So says the Journal Sentinel in a story about a new, radium-free well.
The relevant information:
"...city water consumption has shown steady decreases in recent years as the city pursues conservation measures, including summer lawn and garden sprinkling restrictions. The city also has implemented a water rate structure that penalizes residences with higher consumption and is seeking state permission to expand the rate structure.The Great Lakes Compact says diversions from the Great Lakes are to address public interest circumstances that have no other remedy.
"The city is seeking to demonstrate a commitment to conservation as it considers pursuing the purchase of Lake Michigan water."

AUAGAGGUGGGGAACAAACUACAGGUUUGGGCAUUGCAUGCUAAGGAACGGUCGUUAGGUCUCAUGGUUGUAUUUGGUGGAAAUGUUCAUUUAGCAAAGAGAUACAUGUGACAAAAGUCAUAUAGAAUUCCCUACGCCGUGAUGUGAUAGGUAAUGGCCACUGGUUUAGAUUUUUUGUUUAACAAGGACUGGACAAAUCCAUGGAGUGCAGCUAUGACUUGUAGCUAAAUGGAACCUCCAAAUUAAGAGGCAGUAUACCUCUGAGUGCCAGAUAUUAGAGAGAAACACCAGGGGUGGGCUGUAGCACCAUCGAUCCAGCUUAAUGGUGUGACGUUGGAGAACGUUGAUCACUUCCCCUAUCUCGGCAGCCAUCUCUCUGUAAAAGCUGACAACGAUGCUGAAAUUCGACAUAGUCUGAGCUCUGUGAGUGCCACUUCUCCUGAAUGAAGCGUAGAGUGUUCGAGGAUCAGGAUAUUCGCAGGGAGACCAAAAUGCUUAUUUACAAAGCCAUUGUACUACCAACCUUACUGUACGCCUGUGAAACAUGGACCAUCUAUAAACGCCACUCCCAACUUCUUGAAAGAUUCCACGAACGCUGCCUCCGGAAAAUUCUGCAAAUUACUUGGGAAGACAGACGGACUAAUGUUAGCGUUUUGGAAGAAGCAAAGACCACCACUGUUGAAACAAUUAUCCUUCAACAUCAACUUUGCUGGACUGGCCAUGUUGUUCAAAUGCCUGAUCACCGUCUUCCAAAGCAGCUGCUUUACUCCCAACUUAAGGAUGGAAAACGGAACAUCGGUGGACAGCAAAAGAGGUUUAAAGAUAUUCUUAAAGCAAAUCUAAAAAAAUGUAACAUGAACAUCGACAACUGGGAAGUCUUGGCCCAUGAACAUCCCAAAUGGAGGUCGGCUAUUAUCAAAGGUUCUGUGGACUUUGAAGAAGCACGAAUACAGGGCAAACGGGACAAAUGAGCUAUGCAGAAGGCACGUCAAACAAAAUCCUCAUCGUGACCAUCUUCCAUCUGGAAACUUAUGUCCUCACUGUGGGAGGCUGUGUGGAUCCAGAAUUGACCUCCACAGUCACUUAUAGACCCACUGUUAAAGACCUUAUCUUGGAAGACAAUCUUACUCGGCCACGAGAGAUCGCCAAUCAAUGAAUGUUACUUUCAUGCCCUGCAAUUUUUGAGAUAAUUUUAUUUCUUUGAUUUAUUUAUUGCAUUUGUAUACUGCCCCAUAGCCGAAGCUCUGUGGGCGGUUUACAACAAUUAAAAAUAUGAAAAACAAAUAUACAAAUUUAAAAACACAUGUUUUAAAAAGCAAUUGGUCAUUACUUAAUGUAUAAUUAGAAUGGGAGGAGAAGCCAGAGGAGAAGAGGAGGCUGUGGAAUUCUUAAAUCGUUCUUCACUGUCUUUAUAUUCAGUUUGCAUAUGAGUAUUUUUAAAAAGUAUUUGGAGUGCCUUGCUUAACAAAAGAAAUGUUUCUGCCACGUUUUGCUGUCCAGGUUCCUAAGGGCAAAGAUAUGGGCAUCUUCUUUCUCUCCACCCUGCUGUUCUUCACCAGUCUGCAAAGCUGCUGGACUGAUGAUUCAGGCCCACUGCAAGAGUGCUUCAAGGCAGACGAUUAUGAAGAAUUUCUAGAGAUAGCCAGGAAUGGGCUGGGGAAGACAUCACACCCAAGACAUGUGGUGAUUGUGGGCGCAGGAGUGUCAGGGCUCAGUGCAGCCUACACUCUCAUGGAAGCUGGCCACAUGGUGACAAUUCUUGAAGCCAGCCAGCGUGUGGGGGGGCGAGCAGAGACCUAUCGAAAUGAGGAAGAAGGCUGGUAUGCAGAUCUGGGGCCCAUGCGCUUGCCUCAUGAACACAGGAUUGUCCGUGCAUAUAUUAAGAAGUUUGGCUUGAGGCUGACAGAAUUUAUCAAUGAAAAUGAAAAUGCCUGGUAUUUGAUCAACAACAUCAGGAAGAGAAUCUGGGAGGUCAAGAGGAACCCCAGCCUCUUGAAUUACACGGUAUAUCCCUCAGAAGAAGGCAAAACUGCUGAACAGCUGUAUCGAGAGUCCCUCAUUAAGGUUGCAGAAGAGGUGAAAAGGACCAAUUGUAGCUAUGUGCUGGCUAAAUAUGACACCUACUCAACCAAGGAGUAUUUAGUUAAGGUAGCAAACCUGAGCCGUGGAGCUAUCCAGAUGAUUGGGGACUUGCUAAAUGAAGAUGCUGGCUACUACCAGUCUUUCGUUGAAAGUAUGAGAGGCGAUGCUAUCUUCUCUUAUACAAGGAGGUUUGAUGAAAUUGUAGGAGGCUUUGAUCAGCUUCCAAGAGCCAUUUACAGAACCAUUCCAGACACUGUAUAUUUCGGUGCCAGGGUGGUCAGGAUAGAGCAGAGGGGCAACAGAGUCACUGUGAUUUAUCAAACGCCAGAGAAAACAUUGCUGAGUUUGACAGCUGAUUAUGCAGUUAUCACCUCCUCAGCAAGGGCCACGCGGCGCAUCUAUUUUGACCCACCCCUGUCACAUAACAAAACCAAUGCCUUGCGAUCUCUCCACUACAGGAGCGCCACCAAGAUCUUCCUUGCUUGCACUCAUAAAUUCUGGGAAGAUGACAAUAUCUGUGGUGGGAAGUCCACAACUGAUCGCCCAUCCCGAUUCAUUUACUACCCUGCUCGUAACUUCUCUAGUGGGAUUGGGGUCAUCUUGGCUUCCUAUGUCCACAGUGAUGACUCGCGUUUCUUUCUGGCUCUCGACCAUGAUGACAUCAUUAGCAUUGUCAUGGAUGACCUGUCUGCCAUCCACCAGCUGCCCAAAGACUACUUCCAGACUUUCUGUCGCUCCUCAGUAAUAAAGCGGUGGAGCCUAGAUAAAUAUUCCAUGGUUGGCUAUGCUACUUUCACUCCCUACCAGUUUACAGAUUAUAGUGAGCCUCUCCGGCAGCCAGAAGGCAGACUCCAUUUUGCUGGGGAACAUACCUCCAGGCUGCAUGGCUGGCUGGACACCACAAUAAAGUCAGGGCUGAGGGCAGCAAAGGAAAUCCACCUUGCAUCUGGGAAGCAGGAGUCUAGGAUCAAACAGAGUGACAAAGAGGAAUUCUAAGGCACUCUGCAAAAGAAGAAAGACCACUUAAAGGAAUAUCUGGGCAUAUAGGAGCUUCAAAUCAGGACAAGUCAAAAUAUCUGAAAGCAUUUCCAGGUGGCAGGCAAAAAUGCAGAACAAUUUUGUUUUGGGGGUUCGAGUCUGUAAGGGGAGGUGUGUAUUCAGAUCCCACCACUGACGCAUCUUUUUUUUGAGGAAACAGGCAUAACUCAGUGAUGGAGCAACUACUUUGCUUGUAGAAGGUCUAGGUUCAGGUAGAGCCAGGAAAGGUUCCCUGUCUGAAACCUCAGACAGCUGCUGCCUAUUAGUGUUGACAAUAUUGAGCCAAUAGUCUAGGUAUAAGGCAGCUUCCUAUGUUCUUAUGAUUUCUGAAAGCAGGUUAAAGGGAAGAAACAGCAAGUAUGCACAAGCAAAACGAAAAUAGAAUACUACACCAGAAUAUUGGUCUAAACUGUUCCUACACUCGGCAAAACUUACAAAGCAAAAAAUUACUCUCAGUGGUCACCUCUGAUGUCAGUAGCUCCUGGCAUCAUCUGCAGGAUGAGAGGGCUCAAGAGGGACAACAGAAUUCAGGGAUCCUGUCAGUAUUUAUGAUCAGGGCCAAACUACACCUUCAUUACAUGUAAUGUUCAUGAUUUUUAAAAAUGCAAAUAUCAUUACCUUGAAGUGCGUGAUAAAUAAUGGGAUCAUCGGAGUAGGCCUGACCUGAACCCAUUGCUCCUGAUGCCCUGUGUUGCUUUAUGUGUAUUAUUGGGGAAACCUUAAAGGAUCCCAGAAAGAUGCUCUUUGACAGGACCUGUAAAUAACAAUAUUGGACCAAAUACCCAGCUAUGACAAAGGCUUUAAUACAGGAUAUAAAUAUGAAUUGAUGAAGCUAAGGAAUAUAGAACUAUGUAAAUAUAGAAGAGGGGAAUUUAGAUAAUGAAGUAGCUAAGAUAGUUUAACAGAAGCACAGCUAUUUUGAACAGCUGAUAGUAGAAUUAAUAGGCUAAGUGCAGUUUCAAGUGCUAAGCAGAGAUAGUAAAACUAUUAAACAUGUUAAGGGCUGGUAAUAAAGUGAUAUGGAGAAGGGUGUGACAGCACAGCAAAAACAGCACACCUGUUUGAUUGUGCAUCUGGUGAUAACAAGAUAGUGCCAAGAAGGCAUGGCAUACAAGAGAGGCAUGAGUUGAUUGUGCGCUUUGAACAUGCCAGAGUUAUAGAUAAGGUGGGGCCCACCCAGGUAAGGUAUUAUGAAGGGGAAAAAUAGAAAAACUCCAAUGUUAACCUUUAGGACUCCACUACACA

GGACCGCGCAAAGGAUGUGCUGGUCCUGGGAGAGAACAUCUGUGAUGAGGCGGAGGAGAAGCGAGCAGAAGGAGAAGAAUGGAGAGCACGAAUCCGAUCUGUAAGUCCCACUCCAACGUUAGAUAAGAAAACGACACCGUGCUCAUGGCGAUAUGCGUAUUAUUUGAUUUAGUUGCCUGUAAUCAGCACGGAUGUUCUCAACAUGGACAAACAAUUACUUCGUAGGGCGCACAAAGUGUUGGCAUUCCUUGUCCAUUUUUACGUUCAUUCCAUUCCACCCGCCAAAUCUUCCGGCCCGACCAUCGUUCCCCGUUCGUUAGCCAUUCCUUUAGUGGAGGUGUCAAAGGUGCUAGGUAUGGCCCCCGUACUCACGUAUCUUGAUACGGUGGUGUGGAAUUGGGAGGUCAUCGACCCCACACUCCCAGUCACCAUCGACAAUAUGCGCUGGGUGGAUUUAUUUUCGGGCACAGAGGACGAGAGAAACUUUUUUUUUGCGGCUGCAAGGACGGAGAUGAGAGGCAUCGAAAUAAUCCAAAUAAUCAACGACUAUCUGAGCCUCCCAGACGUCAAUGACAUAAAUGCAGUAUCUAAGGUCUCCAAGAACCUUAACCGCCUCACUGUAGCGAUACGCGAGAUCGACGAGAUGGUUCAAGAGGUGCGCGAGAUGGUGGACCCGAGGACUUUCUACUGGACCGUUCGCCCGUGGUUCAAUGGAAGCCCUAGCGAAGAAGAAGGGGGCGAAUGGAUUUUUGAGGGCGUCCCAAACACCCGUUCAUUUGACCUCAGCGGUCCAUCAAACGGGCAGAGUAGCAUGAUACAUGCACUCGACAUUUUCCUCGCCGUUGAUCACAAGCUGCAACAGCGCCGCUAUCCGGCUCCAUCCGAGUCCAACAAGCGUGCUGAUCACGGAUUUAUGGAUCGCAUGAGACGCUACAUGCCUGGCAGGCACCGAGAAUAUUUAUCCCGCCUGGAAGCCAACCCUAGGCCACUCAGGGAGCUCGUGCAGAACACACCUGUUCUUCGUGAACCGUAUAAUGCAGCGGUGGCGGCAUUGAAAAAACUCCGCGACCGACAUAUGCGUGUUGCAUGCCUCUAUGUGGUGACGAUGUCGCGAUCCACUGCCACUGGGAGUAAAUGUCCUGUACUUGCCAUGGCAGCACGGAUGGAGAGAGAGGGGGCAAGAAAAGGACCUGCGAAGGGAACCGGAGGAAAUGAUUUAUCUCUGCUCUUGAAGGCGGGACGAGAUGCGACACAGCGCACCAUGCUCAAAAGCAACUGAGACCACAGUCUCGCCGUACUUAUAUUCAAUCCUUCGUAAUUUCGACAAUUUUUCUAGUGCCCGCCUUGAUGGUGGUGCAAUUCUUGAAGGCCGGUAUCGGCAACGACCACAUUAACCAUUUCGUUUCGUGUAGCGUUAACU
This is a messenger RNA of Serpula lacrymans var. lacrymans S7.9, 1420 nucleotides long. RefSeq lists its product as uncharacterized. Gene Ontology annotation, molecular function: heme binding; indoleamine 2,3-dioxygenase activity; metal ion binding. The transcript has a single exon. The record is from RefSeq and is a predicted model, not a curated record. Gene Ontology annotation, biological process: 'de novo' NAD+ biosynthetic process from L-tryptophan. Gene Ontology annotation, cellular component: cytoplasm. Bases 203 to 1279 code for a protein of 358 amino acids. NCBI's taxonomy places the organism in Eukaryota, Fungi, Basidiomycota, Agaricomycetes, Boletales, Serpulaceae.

Growth is not considered such a need: Waukesha's claim to a diversion just got harder to justify.
[Late Monday morning add: Let me also link to an earlier post wherein I discussed the existing obstacles to Waukesha's diversion application and the Department of Natural Resources signalled willingness to review it without its administrative rules in place. Given Waukesha's admission that it wants diverted Great Lakes water for growth, and can now provide water without a diversion that complies with the federal radium standard, it's apparent that the DNR absolutely needs to get its house in order before green-lighting an application from Waukesha that's getting less defensible by the minute.]